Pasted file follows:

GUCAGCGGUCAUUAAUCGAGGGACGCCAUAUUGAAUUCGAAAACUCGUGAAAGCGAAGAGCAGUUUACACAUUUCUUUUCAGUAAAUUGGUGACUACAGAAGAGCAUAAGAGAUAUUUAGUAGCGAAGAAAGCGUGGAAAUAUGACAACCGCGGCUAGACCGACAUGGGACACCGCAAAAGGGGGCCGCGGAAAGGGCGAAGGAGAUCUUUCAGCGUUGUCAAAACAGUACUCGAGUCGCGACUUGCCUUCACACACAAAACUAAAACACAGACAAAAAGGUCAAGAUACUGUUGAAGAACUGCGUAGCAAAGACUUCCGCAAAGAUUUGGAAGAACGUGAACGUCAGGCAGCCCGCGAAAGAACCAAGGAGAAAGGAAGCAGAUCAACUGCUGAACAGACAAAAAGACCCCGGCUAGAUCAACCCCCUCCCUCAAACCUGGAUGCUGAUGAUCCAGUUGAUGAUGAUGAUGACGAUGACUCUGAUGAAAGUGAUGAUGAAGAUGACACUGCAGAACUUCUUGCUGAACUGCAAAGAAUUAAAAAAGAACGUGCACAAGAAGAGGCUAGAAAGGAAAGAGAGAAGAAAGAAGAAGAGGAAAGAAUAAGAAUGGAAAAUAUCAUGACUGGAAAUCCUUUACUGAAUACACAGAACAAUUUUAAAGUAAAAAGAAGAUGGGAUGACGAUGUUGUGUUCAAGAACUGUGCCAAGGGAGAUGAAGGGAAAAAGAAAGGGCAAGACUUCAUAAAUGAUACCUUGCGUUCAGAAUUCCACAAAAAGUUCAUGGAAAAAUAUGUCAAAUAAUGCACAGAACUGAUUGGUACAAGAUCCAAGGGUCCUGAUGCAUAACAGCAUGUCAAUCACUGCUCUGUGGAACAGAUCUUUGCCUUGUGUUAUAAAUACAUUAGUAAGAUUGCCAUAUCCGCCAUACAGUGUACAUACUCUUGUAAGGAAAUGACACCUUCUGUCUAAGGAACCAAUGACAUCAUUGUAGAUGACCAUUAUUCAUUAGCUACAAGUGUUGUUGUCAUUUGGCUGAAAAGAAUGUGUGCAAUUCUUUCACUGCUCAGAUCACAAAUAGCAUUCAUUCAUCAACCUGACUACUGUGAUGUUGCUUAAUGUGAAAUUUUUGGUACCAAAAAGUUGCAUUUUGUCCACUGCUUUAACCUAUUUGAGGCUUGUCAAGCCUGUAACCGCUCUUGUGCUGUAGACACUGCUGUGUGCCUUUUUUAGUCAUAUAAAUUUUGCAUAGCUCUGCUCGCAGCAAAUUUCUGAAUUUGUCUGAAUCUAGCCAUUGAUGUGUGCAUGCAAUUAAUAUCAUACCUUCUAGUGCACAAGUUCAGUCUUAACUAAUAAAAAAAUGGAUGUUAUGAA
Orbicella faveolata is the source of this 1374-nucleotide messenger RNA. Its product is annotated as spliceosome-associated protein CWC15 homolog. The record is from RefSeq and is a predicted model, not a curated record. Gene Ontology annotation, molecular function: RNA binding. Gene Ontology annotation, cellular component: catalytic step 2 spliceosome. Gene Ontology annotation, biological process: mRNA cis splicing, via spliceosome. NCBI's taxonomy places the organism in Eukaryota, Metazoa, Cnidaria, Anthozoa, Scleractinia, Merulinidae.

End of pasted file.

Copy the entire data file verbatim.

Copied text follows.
GUCAGCGGUCAUUAAUCGAGGGACGCCAUAUUGAAUUCGAAAACUCGUGAAAGCGAAGAGCAGUUUACACAUUUCUUUUCAGUAAAUUGGUGACUACAGAAGAGCAUAAGAGAUAUUUAGUAGCGAAGAAAGCGUGGAAAUAUGACAACCGCGGCUAGACCGACAUGGGACACCGCAAAAGGGGGCCGCGGAAAGGGCGAAGGAGAUCUUUCAGCGUUGUCAAAACAGUACUCGAGUCGCGACUUGCCUUCACACACAAAACUAAAACACAGACAAAAAGGUCAAGAUACUGUUGAAGAACUGCGUAGCAAAGACUUCCGCAAAGAUUUGGAAGAACGUGAACGUCAGGCAGCCCGCGAAAGAACCAAGGAGAAAGGAAGCAGAUCAACUGCUGAACAGACAAAAAGACCCCGGCUAGAUCAACCCCCUCCCUCAAACCUGGAUGCUGAUGAUCCAGUUGAUGAUGAUGAUGACGAUGACUCUGAUGAAAGUGAUGAUGAAGAUGACACUGCAGAACUUCUUGCUGAACUGCAAAGAAUUAAAAAAGAACGUGCACAAGAAGAGGCUAGAAAGGAAAGAGAGAAGAAAGAAGAAGAGGAAAGAAUAAGAAUGGAAAAUAUCAUGACUGGAAAUCCUUUACUGAAUACACAGAACAAUUUUAAAGUAAAAAGAAGAUGGGAUGACGAUGUUGUGUUCAAGAACUGUGCCAAGGGAGAUGAAGGGAAAAAGAAAGGGCAAGACUUCAUAAAUGAUACCUUGCGUUCAGAAUUCCACAAAAAGUUCAUGGAAAAAUAUGUCAAAUAAUGCACAGAACUGAUUGGUACAAGAUCCAAGGGUCCUGAUGCAUAACAGCAUGUCAAUCACUGCUCUGUGGAACAGAUCUUUGCCUUGUGUUAUAAAUACAUUAGUAAGAUUGCCAUAUCCGCCAUACAGUGUACAUACUCUUGUAAGGAAAUGACACCUUCUGUCUAAGGAACCAAUGACAUCAUUGUAGAUGACCAUUAUUCAUUAGCUACAAGUGUUGUUGUCAUUUGGCUGAAAAGAAUGUGUGCAAUUCUUUCACUGCUCAGAUCACAAAUAGCAUUCAUUCAUCAACCUGACUACUGUGAUGUUGCUUAAUGUGAAAUUUUUGGUACCAAAAAGUUGCAUUUUGUCCACUGCUUUAACCUAUUUGAGGCUUGUCAAGCCUGUAACCGCUCUUGUGCUGUAGACACUGCUGUGUGCCUUUUUUAGUCAUAUAAAUUUUGCAUAGCUCUGCUCGCAGCAAAUUUCUGAAUUUGUCUGAAUCUAGCCAUUGAUGUGUGCAUGCAAUUAAUAUCAUACCUUCUAGUGCACAAGUUCAGUCUUAACUAAUAAAAAAAUGGAUGUUAUGAA
Orbicella faveolata is the source of this 1374-nucleotide messenger RNA. Its product is annotated as spliceosome-associated protein CWC15 homolog. The record is from RefSeq and is a predicted model, not a curated record. Gene Ontology annotation, molecular function: RNA binding. Gene Ontology annotation, cellular component: catalytic step 2 spliceosome. Gene Ontology annotation, biological process: mRNA cis splicing, via spliceosome. NCBI's taxonomy places the organism in Eukaryota, Metazoa, Cnidaria, Anthozoa, Scleractinia, Merulinidae.